Study: Already Shrunk by Half, Swiss Glaciers Melting Faster

Switzerland’s 1,400 glaciers have lost more than half their total volume since the early 1930s, a new study has found, and researchers say the ice retreat is accelerating at a time of growing concerns about climate change.

ETH Zurich, a respected federal polytechnic university, and the Swiss Federal Institute on Forest, Snow and Landscape Research on Monday announced the findings from a first-ever reconstruction of ice loss in Switzerland in the 20th century, based in part on an analysis of changes to the topography of glaciers since 1931.

The researchers estimated that ice volumes on the glaciers had shrunk by half over the subsequent 85 years — until 2016. Since then, the glaciers have lost an additional 12%, over just six years.

“Glacier retreat is accelerating. Closely observing this phenomenon and quantifying its historical dimensions is important because it allows us to infer the glaciers’ responses to a changing climate,” said Daniel Farinotti, a co-author of the study, which was published in scientific journal The Cryosphere.

By area, Switzerland’s glaciers amount to about half of all the total glaciers in the European Alps.

The teams drew on a combination of long-term observations of glaciers. That included measurements in the field and aerial and mountaintop photographs — including 22,000 taken from peaks between the two world wars. By using multiple sources, the researchers could fill in gaps. Only a few of Switzerland’s glaciers have been studied regularly over the years.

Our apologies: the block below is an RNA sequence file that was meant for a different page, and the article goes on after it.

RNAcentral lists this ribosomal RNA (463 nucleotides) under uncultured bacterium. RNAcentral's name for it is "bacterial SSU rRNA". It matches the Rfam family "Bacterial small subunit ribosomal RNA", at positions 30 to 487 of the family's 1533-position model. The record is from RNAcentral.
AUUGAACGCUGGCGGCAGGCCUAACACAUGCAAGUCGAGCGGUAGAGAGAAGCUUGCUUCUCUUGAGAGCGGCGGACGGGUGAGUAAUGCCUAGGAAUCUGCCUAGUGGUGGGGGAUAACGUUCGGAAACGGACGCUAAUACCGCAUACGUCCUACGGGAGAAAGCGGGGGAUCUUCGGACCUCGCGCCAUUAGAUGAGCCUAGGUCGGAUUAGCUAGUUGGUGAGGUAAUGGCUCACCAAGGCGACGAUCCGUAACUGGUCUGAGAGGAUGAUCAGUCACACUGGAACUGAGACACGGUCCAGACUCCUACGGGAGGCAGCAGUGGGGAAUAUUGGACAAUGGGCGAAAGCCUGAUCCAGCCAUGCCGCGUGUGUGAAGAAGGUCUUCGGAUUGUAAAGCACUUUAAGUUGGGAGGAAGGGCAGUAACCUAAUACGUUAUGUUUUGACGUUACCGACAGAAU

The research involved using decades-old techniques to allow for comparisons of the shape and position of images of terrain, and the use of cameras and instruments to measure angles of land areas. The teams compared surface topography of glaciers at different moments, allowing for calculations about the evolution in ice volumes.

Not all Swiss glaciers have been losing ice at the same rates, the researchers said. Altitude, amounts of debris on the glaciers, and the flatness of a glacier’s “snout” — its lowest part, which is the most vulnerable to melting — all affect the speeds of ice retreat.

The researchers also found that two periods — in the 1920s and the 1980s — actually experienced sporadic growth in glacier mass, but that was overshadowed by the broader trend of decline.

The findings could have broad implications for Switzerland’s long-term energy sources, since hydropower produces nearly 60% of the country’s electricity, according to government data.

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